It’s April, and that means my favorite holiday—Earth Day—is just around the corner! I love the annual reminder to be kind to our home planet, and I’m heartened by the efforts many are making to live more sustainably year-round.
If you live in a community that offers recycling, you probably already do a great job of separating your paper and plastic into their respective bins. While we can’t recycle our way out of the environmental mess that we’re in, every little bit does help. The more we recycle, the better we are at keeping waste out of wild places and reducing the amount of raw resources we have to use. And did you know that many of the things that aren’t accepted by most municipal recycling programs can still be recycled? Here’s a list of 16 things you can add to your recycling efforts.
1. Plastic Bags and Other Soft Plastics
I try to use my reusable bags whenever I shop, but sometimes I forget them at home and end up with a few plastic bags. It’s a big no-no to put them in the recycling bin because they can clog up the machinery and cause damage or delay, but that doesn’t mean you should just toss them in the trash. Many grocery and discount department stores have bins up at the front (near the carts) where you can return bags to be recycled. I just save mine in a bucket under the sink, and when I make my grocery runs, I drop them off for recycling.
And it’s not just grocery bags that can be recycled here: feel free to add bread bags, grape bags, produce bags, and any other #4 plastic to your plastic bag stockpile. RecycleBank has a great list of other soft plastics that can also be recycled in these bins.
2. Food Packaging
While most plastic food packaging isn’t recyclable, several companies are partnering with TerraCycle to offer free recycling of their packaging. I was really excited to see the TerraCycle logo on a bag of Malt-O-Meal Frosted Mini Spooners we opened the other day. Some of these programs (like the Malt-O-Meal partnership) require you to take your bags to specific drop off locations, but others (including Clif Bar, Barilla Pasta, Backpacker’s Pantry, Bear Naked and others) allow you to mail in your collected packaging. Some household brands like Arm & Hammer also partner with TerraCycle to offer recycling for their packaging.
3. Solo Cups
My apologies if you now have a certain annoying song stuck in your head (and no, I won’t link to it because if you managed to get this far without getting it stuck in your head, I’m not going to ruin it for you now…). But even if you can’t get rid of that particular ear worm in the next 150 years, you can at least recycle those red solo cups that are so iconic of party-making. But Jessssss, you say, those cups are #6 plastic. You can’t recycle #6 plastic in most places. And you’d be right. But thanks again to our friends at TerraCycle, not only can you collect and submit any #6 plastic cup for recycling, but doing so can also help you raise money for your favorite charity. Throw a party, save the planet, and support worthy causes? Sign me up!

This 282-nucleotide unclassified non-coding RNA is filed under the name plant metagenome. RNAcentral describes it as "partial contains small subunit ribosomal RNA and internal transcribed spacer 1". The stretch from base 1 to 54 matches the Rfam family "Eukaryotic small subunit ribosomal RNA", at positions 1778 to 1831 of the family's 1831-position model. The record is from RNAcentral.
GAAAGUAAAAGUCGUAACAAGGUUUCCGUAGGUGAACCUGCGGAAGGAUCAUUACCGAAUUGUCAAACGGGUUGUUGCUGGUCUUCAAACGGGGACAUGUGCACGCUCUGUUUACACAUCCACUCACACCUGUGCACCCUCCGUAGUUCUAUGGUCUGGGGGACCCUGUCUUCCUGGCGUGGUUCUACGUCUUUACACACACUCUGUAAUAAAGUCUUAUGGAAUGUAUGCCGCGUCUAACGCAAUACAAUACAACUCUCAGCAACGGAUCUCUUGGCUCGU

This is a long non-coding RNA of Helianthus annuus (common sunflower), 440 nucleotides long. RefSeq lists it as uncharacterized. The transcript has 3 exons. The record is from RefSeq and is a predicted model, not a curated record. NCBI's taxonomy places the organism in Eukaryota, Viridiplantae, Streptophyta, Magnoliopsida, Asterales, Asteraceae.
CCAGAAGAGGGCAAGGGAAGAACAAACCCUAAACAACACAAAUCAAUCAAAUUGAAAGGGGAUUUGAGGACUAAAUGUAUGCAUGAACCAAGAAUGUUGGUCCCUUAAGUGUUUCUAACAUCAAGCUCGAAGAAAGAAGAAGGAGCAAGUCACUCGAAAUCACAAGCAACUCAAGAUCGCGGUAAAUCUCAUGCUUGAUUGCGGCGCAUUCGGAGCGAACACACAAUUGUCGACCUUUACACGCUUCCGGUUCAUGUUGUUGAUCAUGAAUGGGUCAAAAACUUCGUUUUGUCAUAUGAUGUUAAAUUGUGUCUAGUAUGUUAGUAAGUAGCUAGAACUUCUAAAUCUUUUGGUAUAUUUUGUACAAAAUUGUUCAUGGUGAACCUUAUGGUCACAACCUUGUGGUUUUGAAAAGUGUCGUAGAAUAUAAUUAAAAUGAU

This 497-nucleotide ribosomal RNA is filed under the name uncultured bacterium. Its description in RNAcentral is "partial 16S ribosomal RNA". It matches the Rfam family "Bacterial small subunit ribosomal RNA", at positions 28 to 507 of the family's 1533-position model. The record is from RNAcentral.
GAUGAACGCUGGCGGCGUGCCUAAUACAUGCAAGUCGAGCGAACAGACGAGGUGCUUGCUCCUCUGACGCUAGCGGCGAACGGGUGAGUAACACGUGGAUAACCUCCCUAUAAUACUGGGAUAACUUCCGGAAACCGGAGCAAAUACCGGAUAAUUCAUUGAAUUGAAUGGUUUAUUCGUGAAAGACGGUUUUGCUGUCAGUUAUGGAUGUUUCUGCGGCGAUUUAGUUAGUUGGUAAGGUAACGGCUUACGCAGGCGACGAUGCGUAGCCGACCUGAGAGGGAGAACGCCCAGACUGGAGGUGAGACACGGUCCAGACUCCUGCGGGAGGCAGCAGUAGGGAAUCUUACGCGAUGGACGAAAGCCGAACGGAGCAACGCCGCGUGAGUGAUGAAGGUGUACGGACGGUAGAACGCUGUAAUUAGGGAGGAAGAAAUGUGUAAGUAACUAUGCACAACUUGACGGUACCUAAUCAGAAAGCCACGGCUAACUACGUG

4. Bottle Lids
For years, we’ve been told to remove the lids and caps on our plastic bottles before tossing them in the recycle bin, but that’s no longer necessary. Plastics Make it Possible explains that changing demands and technology have made it so that many recycling centers can and will recycle bottles with the caps left on. Just make sure you crush your bottles before putting the lids back on so that they don’t become dangerous projectiles when the bottles are crushed at the recycling plant.
5. Water Filters
When you replace your water filters or pitchers, don’t just toss them in the trash: recycle them. Both Brita and PUR offer free recycling services for their products. Brita users can recycle filters and pitchers if they’re part of the free My Brita program, which you can sign up for here. (Read more about their recycling program here.) PUR users can sign up for the PUR Brigade here.
6. Aerosol Cans
Not all communities will offer recycling for aerosol cans, but Earth911 has a great tool for finding aerosol recycling centers near you. They also have great tips for how to prepare your aerosol cans for recycling. And if your aerosol cans are old Fabreeze spray cans, you can recycle those for free through their partnership with TerraCycle.
Health and Beauty
If you wear contacts, this one’s for you. Bausch + Lomb will recycle contact lenses, opened contact blister packs, and the foil from the tops of those packs. They will accept any brand of contact, too, so even if you don’t wear B+L lenses, you can still recycle your contacts and packaging. Learn more about the B+L recycling program here.
8. Mascara Wands